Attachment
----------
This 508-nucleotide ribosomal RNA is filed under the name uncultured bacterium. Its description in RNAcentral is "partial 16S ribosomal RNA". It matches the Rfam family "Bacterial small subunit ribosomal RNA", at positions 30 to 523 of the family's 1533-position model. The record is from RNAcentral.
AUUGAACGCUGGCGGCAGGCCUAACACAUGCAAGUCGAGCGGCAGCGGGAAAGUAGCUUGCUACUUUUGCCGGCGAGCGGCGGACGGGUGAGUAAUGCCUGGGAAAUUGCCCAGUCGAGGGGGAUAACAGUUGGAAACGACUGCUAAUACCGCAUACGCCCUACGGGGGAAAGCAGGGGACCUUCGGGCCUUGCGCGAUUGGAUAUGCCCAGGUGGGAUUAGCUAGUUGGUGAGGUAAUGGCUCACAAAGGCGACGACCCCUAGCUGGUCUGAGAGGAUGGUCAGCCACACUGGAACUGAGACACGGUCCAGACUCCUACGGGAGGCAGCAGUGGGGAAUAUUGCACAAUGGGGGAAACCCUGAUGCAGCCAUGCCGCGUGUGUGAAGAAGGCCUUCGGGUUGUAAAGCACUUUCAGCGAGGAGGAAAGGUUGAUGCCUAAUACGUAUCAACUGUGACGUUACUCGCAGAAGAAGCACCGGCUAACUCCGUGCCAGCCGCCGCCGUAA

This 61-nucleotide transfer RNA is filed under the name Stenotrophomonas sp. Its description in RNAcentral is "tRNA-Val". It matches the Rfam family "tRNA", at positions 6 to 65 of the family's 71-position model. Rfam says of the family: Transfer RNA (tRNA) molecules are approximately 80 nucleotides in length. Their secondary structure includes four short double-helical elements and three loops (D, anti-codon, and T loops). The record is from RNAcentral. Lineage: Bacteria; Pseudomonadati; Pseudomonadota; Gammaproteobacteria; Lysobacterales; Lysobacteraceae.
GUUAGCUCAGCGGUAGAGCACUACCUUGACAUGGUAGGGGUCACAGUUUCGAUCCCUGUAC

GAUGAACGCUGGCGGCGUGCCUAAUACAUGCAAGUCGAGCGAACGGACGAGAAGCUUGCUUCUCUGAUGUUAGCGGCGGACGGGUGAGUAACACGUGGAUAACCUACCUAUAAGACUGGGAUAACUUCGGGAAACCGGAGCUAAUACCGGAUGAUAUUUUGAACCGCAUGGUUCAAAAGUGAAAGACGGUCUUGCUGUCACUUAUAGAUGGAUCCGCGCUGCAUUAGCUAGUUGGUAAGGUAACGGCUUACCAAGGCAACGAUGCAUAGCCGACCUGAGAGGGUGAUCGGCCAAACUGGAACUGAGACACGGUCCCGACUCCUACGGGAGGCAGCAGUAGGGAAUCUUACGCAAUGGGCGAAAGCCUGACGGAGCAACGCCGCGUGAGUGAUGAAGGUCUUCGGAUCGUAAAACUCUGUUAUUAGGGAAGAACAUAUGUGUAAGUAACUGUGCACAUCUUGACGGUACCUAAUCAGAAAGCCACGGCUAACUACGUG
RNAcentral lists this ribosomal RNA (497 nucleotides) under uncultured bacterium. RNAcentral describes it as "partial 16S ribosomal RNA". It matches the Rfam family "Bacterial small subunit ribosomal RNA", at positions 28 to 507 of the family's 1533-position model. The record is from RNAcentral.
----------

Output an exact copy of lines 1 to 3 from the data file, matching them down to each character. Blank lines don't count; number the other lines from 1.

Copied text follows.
This 508-nucleotide ribosomal RNA is filed under the name uncultured bacterium. Its description in RNAcentral is "partial 16S ribosomal RNA". It matches the Rfam family "Bacterial small subunit ribosomal RNA", at positions 30 to 523 of the family's 1533-position model. The record is from RNAcentral.
AUUGAACGCUGGCGGCAGGCCUAACACAUGCAAGUCGAGCGGCAGCGGGAAAGUAGCUUGCUACUUUUGCCGGCGAGCGGCGGACGGGUGAGUAAUGCCUGGGAAAUUGCCCAGUCGAGGGGGAUAACAGUUGGAAACGACUGCUAAUACCGCAUACGCCCUACGGGGGAAAGCAGGGGACCUUCGGGCCUUGCGCGAUUGGAUAUGCCCAGGUGGGAUUAGCUAGUUGGUGAGGUAAUGGCUCACAAAGGCGACGACCCCUAGCUGGUCUGAGAGGAUGGUCAGCCACACUGGAACUGAGACACGGUCCAGACUCCUACGGGAGGCAGCAGUGGGGAAUAUUGCACAAUGGGGGAAACCCUGAUGCAGCCAUGCCGCGUGUGUGAAGAAGGCCUUCGGGUUGUAAAGCACUUUCAGCGAGGAGGAAAGGUUGAUGCCUAAUACGUAUCAACUGUGACGUUACUCGCAGAAGAAGCACCGGCUAACUCCGUGCCAGCCGCCGCCGUAA

This 61-nucleotide transfer RNA is filed under the name Stenotrophomonas sp. Its description in RNAcentral is "tRNA-Val". It matches the Rfam family "tRNA", at positions 6 to 65 of the family's 71-position model. Rfam says of the family: Transfer RNA (tRNA) molecules are approximately 80 nucleotides in length. Their secondary structure includes four short double-helical elements and three loops (D, anti-codon, and T loops). The record is from RNAcentral. Lineage: Bacteria; Pseudomonadati; Pseudomonadota; Gammaproteobacteria; Lysobacterales; Lysobacteraceae.